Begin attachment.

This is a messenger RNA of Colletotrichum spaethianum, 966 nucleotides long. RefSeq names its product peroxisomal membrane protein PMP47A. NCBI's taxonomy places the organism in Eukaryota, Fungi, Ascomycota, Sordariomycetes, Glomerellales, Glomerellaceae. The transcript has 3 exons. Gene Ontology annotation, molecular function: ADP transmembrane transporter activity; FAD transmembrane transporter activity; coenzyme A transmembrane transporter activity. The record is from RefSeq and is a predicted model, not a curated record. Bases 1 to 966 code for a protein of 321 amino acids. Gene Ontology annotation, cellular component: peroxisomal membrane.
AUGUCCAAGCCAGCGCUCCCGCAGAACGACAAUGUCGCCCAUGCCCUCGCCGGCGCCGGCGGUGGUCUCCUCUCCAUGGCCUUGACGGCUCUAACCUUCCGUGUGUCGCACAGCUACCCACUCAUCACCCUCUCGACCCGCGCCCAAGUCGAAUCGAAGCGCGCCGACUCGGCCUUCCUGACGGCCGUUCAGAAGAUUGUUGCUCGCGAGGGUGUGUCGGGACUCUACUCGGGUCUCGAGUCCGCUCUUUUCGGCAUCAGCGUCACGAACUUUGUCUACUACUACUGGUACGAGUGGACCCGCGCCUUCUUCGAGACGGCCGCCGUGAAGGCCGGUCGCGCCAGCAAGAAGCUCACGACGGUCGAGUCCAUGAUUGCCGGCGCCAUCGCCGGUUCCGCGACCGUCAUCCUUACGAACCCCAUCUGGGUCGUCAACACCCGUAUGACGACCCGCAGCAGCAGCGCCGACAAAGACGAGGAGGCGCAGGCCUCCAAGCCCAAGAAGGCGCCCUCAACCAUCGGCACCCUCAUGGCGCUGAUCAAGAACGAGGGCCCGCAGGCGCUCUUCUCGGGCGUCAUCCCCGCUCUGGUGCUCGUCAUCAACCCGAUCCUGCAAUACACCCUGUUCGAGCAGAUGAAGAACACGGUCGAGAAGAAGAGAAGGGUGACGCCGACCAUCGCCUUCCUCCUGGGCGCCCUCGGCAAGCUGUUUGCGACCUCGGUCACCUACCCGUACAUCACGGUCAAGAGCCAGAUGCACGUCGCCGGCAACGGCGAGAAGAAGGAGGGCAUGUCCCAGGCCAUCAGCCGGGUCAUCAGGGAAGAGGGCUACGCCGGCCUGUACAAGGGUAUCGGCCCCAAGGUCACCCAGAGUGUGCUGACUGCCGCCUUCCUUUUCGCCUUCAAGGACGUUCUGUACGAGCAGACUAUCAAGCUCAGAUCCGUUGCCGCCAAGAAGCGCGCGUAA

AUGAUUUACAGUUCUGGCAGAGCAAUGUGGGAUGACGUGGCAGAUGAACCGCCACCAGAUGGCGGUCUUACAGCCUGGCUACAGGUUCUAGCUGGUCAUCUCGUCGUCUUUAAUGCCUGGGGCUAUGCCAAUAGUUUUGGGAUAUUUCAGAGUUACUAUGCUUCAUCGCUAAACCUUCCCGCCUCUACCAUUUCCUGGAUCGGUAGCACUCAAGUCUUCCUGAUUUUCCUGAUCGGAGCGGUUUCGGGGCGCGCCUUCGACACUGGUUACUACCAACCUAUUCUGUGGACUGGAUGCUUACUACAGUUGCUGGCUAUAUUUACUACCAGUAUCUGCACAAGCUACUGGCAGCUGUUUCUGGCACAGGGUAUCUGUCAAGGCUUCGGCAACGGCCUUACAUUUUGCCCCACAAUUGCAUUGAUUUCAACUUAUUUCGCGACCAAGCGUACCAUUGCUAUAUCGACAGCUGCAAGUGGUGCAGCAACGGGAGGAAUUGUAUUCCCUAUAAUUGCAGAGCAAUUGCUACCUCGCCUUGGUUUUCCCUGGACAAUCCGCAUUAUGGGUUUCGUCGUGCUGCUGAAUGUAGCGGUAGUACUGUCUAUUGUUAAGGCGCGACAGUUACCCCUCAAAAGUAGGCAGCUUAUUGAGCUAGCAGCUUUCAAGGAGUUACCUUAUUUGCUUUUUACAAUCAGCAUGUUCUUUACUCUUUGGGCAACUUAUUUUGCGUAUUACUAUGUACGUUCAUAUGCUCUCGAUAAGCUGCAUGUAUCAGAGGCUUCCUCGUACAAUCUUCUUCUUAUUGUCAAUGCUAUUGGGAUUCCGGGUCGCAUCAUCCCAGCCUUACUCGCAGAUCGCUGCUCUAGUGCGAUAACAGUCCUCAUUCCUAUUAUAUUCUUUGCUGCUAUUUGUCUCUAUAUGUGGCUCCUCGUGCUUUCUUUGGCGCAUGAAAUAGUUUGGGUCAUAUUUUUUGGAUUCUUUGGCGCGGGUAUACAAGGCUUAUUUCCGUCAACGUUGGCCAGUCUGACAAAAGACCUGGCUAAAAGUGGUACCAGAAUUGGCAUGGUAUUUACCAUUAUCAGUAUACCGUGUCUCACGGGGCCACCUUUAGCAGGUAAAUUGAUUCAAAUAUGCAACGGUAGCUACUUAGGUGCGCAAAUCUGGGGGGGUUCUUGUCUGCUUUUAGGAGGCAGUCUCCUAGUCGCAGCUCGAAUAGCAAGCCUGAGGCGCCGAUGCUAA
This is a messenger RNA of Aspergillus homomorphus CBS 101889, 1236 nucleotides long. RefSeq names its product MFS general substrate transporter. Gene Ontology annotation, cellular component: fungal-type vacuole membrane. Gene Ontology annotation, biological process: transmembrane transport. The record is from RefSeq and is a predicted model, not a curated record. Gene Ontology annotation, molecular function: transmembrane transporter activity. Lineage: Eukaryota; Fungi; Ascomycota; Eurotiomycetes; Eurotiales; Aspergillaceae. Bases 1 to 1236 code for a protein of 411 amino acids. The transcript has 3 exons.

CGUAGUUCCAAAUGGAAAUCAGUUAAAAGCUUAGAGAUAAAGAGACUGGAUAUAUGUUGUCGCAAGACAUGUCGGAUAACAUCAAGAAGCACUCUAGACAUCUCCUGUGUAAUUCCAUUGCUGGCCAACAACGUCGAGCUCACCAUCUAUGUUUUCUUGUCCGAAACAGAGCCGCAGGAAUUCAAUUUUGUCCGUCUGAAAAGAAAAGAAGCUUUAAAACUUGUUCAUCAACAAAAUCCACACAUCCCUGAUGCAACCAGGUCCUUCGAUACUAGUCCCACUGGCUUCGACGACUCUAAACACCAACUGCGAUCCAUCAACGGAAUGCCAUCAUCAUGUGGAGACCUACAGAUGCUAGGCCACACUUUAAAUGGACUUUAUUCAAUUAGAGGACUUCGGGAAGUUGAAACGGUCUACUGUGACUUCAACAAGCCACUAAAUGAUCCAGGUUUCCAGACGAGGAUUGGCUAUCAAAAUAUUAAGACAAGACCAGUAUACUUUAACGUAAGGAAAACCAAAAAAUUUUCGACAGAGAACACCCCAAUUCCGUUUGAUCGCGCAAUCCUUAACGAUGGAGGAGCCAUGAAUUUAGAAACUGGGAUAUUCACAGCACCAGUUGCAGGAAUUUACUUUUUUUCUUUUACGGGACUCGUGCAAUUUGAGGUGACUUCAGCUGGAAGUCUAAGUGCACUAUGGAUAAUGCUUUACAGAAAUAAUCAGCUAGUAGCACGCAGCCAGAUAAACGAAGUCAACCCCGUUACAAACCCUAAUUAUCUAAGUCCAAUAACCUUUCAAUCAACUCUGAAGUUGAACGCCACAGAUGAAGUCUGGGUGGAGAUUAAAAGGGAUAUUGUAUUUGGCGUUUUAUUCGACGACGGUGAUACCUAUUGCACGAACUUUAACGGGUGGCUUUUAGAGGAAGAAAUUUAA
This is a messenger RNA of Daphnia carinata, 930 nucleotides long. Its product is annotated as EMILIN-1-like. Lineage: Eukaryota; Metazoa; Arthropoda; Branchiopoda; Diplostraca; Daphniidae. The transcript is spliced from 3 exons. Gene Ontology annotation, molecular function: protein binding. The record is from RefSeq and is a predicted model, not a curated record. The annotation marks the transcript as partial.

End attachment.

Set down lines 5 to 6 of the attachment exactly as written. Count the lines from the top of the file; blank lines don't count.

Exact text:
CGUAGUUCCAAAUGGAAAUCAGUUAAAAGCUUAGAGAUAAAGAGACUGGAUAUAUGUUGUCGCAAGACAUGUCGGAUAACAUCAAGAAGCACUCUAGACAUCUCCUGUGUAAUUCCAUUGCUGGCCAACAACGUCGAGCUCACCAUCUAUGUUUUCUUGUCCGAAACAGAGCCGCAGGAAUUCAAUUUUGUCCGUCUGAAAAGAAAAGAAGCUUUAAAACUUGUUCAUCAACAAAAUCCACACAUCCCUGAUGCAACCAGGUCCUUCGAUACUAGUCCCACUGGCUUCGACGACUCUAAACACCAACUGCGAUCCAUCAACGGAAUGCCAUCAUCAUGUGGAGACCUACAGAUGCUAGGCCACACUUUAAAUGGACUUUAUUCAAUUAGAGGACUUCGGGAAGUUGAAACGGUCUACUGUGACUUCAACAAGCCACUAAAUGAUCCAGGUUUCCAGACGAGGAUUGGCUAUCAAAAUAUUAAGACAAGACCAGUAUACUUUAACGUAAGGAAAACCAAAAAAUUUUCGACAGAGAACACCCCAAUUCCGUUUGAUCGCGCAAUCCUUAACGAUGGAGGAGCCAUGAAUUUAGAAACUGGGAUAUUCACAGCACCAGUUGCAGGAAUUUACUUUUUUUCUUUUACGGGACUCGUGCAAUUUGAGGUGACUUCAGCUGGAAGUCUAAGUGCACUAUGGAUAAUGCUUUACAGAAAUAAUCAGCUAGUAGCACGCAGCCAGAUAAACGAAGUCAACCCCGUUACAAACCCUAAUUAUCUAAGUCCAAUAACCUUUCAAUCAACUCUGAAGUUGAACGCCACAGAUGAAGUCUGGGUGGAGAUUAAAAGGGAUAUUGUAUUUGGCGUUUUAUUCGACGACGGUGAUACCUAUUGCACGAACUUUAACGGGUGGCUUUUAGAGGAAGAAAUUUAA
This is a messenger RNA of Daphnia carinata, 930 nucleotides long. Its product is annotated as EMILIN-1-like. Lineage: Eukaryota; Metazoa; Arthropoda; Branchiopoda; Diplostraca; Daphniidae. The transcript is spliced from 3 exons. Gene Ontology annotation, molecular function: protein binding. The record is from RefSeq and is a predicted model, not a curated record. The annotation marks the transcript as partial.